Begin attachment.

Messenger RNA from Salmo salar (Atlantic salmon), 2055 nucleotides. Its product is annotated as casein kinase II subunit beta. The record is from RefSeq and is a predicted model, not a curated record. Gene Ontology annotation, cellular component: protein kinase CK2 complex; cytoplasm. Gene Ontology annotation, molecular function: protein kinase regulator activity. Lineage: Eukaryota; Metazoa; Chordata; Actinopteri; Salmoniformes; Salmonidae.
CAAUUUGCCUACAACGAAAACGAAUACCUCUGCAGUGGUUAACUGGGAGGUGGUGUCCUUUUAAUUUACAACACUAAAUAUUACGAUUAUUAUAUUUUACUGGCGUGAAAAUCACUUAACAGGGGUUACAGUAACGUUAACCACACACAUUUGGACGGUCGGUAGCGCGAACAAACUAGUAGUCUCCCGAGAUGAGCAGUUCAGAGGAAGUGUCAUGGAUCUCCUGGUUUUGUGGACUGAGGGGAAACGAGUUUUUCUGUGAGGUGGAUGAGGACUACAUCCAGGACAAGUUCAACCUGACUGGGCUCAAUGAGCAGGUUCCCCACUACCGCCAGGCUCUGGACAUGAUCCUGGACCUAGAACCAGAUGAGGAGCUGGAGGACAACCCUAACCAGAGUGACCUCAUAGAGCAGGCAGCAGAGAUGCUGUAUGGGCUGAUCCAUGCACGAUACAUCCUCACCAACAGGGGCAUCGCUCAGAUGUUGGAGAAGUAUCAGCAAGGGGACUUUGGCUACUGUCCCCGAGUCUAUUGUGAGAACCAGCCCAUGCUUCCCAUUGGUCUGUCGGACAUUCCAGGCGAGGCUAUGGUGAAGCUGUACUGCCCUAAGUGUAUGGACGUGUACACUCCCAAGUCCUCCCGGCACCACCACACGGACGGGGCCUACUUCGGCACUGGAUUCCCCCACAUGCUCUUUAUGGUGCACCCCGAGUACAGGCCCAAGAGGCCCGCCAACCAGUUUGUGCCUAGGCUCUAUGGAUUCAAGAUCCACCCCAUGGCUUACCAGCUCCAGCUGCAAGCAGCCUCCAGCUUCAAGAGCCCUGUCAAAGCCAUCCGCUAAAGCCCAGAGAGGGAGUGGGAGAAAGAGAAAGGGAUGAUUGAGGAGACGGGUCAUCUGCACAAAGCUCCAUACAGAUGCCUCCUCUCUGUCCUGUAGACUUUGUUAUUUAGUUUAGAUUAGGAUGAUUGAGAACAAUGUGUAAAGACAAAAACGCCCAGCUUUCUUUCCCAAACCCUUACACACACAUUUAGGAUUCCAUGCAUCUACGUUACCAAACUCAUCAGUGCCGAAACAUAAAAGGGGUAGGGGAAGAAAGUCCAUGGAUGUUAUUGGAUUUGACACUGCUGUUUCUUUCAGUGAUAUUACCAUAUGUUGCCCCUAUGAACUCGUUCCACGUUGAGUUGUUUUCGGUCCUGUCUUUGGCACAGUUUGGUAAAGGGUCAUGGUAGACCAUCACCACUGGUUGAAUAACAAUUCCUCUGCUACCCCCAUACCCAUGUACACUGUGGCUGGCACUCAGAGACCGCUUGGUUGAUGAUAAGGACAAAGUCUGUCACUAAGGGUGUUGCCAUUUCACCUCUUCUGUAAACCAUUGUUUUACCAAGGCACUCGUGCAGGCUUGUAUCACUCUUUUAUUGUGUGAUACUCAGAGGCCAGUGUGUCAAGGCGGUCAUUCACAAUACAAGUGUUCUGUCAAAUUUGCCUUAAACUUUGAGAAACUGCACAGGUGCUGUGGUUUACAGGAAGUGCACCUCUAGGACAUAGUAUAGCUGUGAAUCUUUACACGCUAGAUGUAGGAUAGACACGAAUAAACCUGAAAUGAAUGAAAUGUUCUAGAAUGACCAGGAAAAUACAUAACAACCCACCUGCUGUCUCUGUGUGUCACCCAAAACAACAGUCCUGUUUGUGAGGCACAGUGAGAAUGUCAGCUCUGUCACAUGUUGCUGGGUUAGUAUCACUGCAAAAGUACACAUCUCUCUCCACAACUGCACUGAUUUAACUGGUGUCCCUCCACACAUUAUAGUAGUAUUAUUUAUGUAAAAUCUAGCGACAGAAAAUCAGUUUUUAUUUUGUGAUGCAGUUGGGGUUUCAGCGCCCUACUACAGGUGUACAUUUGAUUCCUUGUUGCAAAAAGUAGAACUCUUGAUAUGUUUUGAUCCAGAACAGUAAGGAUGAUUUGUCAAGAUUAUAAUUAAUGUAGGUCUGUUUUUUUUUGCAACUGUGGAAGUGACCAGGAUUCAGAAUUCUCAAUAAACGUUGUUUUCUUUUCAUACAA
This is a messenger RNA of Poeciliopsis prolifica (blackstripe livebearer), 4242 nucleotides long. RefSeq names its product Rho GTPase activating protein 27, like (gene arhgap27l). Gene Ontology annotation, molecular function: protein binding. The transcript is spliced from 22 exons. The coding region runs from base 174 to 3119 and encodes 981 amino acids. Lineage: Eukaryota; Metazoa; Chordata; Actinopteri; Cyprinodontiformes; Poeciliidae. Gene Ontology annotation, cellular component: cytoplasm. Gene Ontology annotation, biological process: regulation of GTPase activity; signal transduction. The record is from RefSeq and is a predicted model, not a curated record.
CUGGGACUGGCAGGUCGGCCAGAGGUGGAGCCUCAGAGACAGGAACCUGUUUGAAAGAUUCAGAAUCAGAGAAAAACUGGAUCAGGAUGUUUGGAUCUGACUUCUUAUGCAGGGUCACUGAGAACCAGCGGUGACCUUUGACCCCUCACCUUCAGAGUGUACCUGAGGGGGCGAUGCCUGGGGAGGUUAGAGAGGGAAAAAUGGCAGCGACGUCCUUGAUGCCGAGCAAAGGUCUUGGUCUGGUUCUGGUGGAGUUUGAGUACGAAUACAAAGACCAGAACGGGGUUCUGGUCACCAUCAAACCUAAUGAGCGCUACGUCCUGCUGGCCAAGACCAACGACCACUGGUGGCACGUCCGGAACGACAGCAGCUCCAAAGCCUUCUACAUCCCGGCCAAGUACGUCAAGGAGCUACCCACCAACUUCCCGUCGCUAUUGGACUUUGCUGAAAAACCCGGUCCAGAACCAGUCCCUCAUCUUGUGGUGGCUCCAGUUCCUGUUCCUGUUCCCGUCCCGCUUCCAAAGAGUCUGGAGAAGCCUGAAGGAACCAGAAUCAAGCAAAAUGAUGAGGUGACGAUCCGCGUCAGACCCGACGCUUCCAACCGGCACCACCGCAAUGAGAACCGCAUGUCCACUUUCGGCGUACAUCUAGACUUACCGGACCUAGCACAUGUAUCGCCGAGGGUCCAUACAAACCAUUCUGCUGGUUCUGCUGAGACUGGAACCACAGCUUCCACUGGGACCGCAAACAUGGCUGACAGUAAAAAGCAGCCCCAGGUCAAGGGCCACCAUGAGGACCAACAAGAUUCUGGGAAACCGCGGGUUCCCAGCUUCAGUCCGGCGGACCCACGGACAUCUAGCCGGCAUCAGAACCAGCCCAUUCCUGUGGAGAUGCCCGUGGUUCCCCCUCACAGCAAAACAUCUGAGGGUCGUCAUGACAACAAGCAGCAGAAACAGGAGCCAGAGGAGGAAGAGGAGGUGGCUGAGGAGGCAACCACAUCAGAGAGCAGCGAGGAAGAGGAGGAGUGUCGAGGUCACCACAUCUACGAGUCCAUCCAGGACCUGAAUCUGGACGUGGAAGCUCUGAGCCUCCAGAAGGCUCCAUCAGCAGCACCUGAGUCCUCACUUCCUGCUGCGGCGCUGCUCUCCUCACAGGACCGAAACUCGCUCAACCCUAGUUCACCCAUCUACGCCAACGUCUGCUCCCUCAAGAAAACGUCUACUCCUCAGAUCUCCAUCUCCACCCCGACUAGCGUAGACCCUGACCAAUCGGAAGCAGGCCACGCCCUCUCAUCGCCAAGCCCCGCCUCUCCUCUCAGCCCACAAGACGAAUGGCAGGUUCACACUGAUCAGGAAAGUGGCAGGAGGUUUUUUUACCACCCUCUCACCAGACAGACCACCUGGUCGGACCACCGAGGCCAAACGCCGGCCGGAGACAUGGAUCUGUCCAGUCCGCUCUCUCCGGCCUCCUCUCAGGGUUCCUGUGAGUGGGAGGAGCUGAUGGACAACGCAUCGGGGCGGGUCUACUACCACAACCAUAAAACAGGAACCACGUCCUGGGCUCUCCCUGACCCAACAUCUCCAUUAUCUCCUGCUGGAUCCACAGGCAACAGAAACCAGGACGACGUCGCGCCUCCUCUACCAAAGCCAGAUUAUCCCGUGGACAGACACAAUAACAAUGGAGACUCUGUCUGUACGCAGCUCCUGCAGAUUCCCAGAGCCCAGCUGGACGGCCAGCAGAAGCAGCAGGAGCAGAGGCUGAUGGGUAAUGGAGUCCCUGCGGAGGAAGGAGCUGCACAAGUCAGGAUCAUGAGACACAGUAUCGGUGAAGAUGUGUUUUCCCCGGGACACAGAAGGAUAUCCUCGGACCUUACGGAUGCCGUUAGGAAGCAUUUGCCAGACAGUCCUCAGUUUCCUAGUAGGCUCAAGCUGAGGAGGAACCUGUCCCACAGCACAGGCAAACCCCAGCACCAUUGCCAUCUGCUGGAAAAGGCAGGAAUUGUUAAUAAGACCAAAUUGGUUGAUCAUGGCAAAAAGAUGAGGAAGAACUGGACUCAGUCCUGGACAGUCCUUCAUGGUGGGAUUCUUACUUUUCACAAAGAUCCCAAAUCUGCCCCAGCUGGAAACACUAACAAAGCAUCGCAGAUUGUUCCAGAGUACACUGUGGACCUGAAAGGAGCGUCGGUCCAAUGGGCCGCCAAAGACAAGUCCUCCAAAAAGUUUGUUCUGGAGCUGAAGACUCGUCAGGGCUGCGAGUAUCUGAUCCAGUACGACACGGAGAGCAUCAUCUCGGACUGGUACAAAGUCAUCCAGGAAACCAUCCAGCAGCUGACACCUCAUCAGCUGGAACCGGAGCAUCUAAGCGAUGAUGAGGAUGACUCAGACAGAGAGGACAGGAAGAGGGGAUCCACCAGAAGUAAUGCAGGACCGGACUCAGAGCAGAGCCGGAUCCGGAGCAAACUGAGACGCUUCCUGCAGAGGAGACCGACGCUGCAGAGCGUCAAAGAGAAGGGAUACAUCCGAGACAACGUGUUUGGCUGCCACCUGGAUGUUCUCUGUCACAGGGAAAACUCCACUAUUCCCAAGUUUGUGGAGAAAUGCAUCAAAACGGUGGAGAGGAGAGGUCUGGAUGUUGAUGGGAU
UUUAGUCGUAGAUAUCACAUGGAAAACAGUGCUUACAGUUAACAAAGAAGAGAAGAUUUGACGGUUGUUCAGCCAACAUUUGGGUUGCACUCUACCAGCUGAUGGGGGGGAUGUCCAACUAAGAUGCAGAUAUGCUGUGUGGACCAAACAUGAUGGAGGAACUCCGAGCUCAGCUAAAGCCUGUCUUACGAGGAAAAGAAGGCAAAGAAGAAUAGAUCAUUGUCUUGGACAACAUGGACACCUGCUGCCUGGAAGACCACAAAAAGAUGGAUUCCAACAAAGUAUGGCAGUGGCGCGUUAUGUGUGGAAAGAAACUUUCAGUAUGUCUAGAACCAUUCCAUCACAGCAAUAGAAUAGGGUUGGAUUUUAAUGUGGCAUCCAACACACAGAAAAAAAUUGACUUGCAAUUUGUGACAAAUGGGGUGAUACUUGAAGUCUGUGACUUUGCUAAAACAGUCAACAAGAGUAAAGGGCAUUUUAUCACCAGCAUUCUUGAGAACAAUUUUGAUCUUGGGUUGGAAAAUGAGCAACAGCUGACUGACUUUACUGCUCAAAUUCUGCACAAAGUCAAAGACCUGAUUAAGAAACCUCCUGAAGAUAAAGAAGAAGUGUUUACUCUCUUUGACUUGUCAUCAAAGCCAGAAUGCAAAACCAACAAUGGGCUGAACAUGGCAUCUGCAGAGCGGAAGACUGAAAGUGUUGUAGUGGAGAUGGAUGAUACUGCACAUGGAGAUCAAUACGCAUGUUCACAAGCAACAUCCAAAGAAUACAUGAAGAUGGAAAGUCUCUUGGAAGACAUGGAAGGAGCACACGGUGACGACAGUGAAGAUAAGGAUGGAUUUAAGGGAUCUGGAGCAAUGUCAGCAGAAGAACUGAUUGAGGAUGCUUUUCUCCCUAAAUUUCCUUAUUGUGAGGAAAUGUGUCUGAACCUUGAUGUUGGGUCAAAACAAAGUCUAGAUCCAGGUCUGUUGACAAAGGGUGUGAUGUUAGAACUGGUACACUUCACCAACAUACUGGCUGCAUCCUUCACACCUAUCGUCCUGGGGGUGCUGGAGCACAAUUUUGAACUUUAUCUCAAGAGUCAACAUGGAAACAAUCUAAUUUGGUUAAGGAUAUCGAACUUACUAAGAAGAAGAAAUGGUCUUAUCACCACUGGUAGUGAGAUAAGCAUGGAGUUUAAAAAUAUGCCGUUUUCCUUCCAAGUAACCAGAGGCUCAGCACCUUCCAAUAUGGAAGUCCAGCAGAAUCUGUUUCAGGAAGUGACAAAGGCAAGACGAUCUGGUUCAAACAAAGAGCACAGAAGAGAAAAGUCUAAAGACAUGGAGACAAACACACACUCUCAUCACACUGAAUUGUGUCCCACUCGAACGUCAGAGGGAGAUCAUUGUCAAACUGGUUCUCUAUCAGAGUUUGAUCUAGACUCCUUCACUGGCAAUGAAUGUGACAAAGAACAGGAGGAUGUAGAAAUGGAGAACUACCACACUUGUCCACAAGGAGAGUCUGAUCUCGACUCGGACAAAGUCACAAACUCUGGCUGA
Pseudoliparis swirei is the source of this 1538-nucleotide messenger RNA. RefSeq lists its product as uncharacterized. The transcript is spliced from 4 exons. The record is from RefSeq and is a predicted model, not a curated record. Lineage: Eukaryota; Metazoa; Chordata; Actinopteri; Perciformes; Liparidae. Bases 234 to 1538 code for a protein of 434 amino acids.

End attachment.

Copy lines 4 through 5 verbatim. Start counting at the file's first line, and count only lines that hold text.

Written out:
CUGGGACUGGCAGGUCGGCCAGAGGUGGAGCCUCAGAGACAGGAACCUGUUUGAAAGAUUCAGAAUCAGAGAAAAACUGGAUCAGGAUGUUUGGAUCUGACUUCUUAUGCAGGGUCACUGAGAACCAGCGGUGACCUUUGACCCCUCACCUUCAGAGUGUACCUGAGGGGGCGAUGCCUGGGGAGGUUAGAGAGGGAAAAAUGGCAGCGACGUCCUUGAUGCCGAGCAAAGGUCUUGGUCUGGUUCUGGUGGAGUUUGAGUACGAAUACAAAGACCAGAACGGGGUUCUGGUCACCAUCAAACCUAAUGAGCGCUACGUCCUGCUGGCCAAGACCAACGACCACUGGUGGCACGUCCGGAACGACAGCAGCUCCAAAGCCUUCUACAUCCCGGCCAAGUACGUCAAGGAGCUACCCACCAACUUCCCGUCGCUAUUGGACUUUGCUGAAAAACCCGGUCCAGAACCAGUCCCUCAUCUUGUGGUGGCUCCAGUUCCUGUUCCUGUUCCCGUCCCGCUUCCAAAGAGUCUGGAGAAGCCUGAAGGAACCAGAAUCAAGCAAAAUGAUGAGGUGACGAUCCGCGUCAGACCCGACGCUUCCAACCGGCACCACCGCAAUGAGAACCGCAUGUCCACUUUCGGCGUACAUCUAGACUUACCGGACCUAGCACAUGUAUCGCCGAGGGUCCAUACAAACCAUUCUGCUGGUUCUGCUGAGACUGGAACCACAGCUUCCACUGGGACCGCAAACAUGGCUGACAGUAAAAAGCAGCCCCAGGUCAAGGGCCACCAUGAGGACCAACAAGAUUCUGGGAAACCGCGGGUUCCCAGCUUCAGUCCGGCGGACCCACGGACAUCUAGCCGGCAUCAGAACCAGCCCAUUCCUGUGGAGAUGCCCGUGGUUCCCCCUCACAGCAAAACAUCUGAGGGUCGUCAUGACAACAAGCAGCAGAAACAGGAGCCAGAGGAGGAAGAGGAGGUGGCUGAGGAGGCAACCACAUCAGAGAGCAGCGAGGAAGAGGAGGAGUGUCGAGGUCACCACAUCUACGAGUCCAUCCAGGACCUGAAUCUGGACGUGGAAGCUCUGAGCCUCCAGAAGGCUCCAUCAGCAGCACCUGAGUCCUCACUUCCUGCUGCGGCGCUGCUCUCCUCACAGGACCGAAACUCGCUCAACCCUAGUUCACCCAUCUACGCCAACGUCUGCUCCCUCAAGAAAACGUCUACUCCUCAGAUCUCCAUCUCCACCCCGACUAGCGUAGACCCUGACCAAUCGGAAGCAGGCCACGCCCUCUCAUCGCCAAGCCCCGCCUCUCCUCUCAGCCCACAAGACGAAUGGCAGGUUCACACUGAUCAGGAAAGUGGCAGGAGGUUUUUUUACCACCCUCUCACCAGACAGACCACCUGGUCGGACCACCGAGGCCAAACGCCGGCCGGAGACAUGGAUCUGUCCAGUCCGCUCUCUCCGGCCUCCUCUCAGGGUUCCUGUGAGUGGGAGGAGCUGAUGGACAACGCAUCGGGGCGGGUCUACUACCACAACCAUAAAACAGGAACCACGUCCUGGGCUCUCCCUGACCCAACAUCUCCAUUAUCUCCUGCUGGAUCCACAGGCAACAGAAACCAGGACGACGUCGCGCCUCCUCUACCAAAGCCAGAUUAUCCCGUGGACAGACACAAUAACAAUGGAGACUCUGUCUGUACGCAGCUCCUGCAGAUUCCCAGAGCCCAGCUGGACGGCCAGCAGAAGCAGCAGGAGCAGAGGCUGAUGGGUAAUGGAGUCCCUGCGGAGGAAGGAGCUGCACAAGUCAGGAUCAUGAGACACAGUAUCGGUGAAGAUGUGUUUUCCCCGGGACACAGAAGGAUAUCCUCGGACCUUACGGAUGCCGUUAGGAAGCAUUUGCCAGACAGUCCUCAGUUUCCUAGUAGGCUCAAGCUGAGGAGGAACCUGUCCCACAGCACAGGCAAACCCCAGCACCAUUGCCAUCUGCUGGAAAAGGCAGGAAUUGUUAAUAAGACCAAAUUGGUUGAUCAUGGCAAAAAGAUGAGGAAGAACUGGACUCAGUCCUGGACAGUCCUUCAUGGUGGGAUUCUUACUUUUCACAAAGAUCCCAAAUCUGCCCCAGCUGGAAACACUAACAAAGCAUCGCAGAUUGUUCCAGAGUACACUGUGGACCUGAAAGGAGCGUCGGUCCAAUGGGCCGCCAAAGACAAGUCCUCCAAAAAGUUUGUUCUGGAGCUGAAGACUCGUCAGGGCUGCGAGUAUCUGAUCCAGUACGACACGGAGAGCAUCAUCUCGGACUGGUACAAAGUCAUCCAGGAAACCAUCCAGCAGCUGACACCUCAUCAGCUGGAACCGGAGCAUCUAAGCGAUGAUGAGGAUGACUCAGACAGAGAGGACAGGAAGAGGGGAUCCACCAGAAGUAAUGCAGGACCGGACUCAGAGCAGAGCCGGAUCCGGAGCAAACUGAGACGCUUCCUGCAGAGGAGACCGACGCUGCAGAGCGUCAAAGAGAAGGGAUACAUCCGAGACAACGUGUUUGGCUGCCACCUGGAUGUUCUCUGUCACAGGGAAAACUCCACUAUUCCCAAGUUUGUGGAGAAAUGCAUCAAAACGGUGGAGAGGAGAGGUCUGGAUGUUGAUGGGAU
UUUAGUCGUAGAUAUCACAUGGAAAACAGUGCUUACAGUUAACAAAGAAGAGAAGAUUUGACGGUUGUUCAGCCAACAUUUGGGUUGCACUCUACCAGCUGAUGGGGGGGAUGUCCAACUAAGAUGCAGAUAUGCUGUGUGGACCAAACAUGAUGGAGGAACUCCGAGCUCAGCUAAAGCCUGUCUUACGAGGAAAAGAAGGCAAAGAAGAAUAGAUCAUUGUCUUGGACAACAUGGACACCUGCUGCCUGGAAGACCACAAAAAGAUGGAUUCCAACAAAGUAUGGCAGUGGCGCGUUAUGUGUGGAAAGAAACUUUCAGUAUGUCUAGAACCAUUCCAUCACAGCAAUAGAAUAGGGUUGGAUUUUAAUGUGGCAUCCAACACACAGAAAAAAAUUGACUUGCAAUUUGUGACAAAUGGGGUGAUACUUGAAGUCUGUGACUUUGCUAAAACAGUCAACAAGAGUAAAGGGCAUUUUAUCACCAGCAUUCUUGAGAACAAUUUUGAUCUUGGGUUGGAAAAUGAGCAACAGCUGACUGACUUUACUGCUCAAAUUCUGCACAAAGUCAAAGACCUGAUUAAGAAACCUCCUGAAGAUAAAGAAGAAGUGUUUACUCUCUUUGACUUGUCAUCAAAGCCAGAAUGCAAAACCAACAAUGGGCUGAACAUGGCAUCUGCAGAGCGGAAGACUGAAAGUGUUGUAGUGGAGAUGGAUGAUACUGCACAUGGAGAUCAAUACGCAUGUUCACAAGCAACAUCCAAAGAAUACAUGAAGAUGGAAAGUCUCUUGGAAGACAUGGAAGGAGCACACGGUGACGACAGUGAAGAUAAGGAUGGAUUUAAGGGAUCUGGAGCAAUGUCAGCAGAAGAACUGAUUGAGGAUGCUUUUCUCCCUAAAUUUCCUUAUUGUGAGGAAAUGUGUCUGAACCUUGAUGUUGGGUCAAAACAAAGUCUAGAUCCAGGUCUGUUGACAAAGGGUGUGAUGUUAGAACUGGUACACUUCACCAACAUACUGGCUGCAUCCUUCACACCUAUCGUCCUGGGGGUGCUGGAGCACAAUUUUGAACUUUAUCUCAAGAGUCAACAUGGAAACAAUCUAAUUUGGUUAAGGAUAUCGAACUUACUAAGAAGAAGAAAUGGUCUUAUCACCACUGGUAGUGAGAUAAGCAUGGAGUUUAAAAAUAUGCCGUUUUCCUUCCAAGUAACCAGAGGCUCAGCACCUUCCAAUAUGGAAGUCCAGCAGAAUCUGUUUCAGGAAGUGACAAAGGCAAGACGAUCUGGUUCAAACAAAGAGCACAGAAGAGAAAAGUCUAAAGACAUGGAGACAAACACACACUCUCAUCACACUGAAUUGUGUCCCACUCGAACGUCAGAGGGAGAUCAUUGUCAAACUGGUUCUCUAUCAGAGUUUGAUCUAGACUCCUUCACUGGCAAUGAAUGUGACAAAGAACAGGAGGAUGUAGAAAUGGAGAACUACCACACUUGUCCACAAGGAGAGUCUGAUCUCGACUCGGACAAAGUCACAAACUCUGGCUGA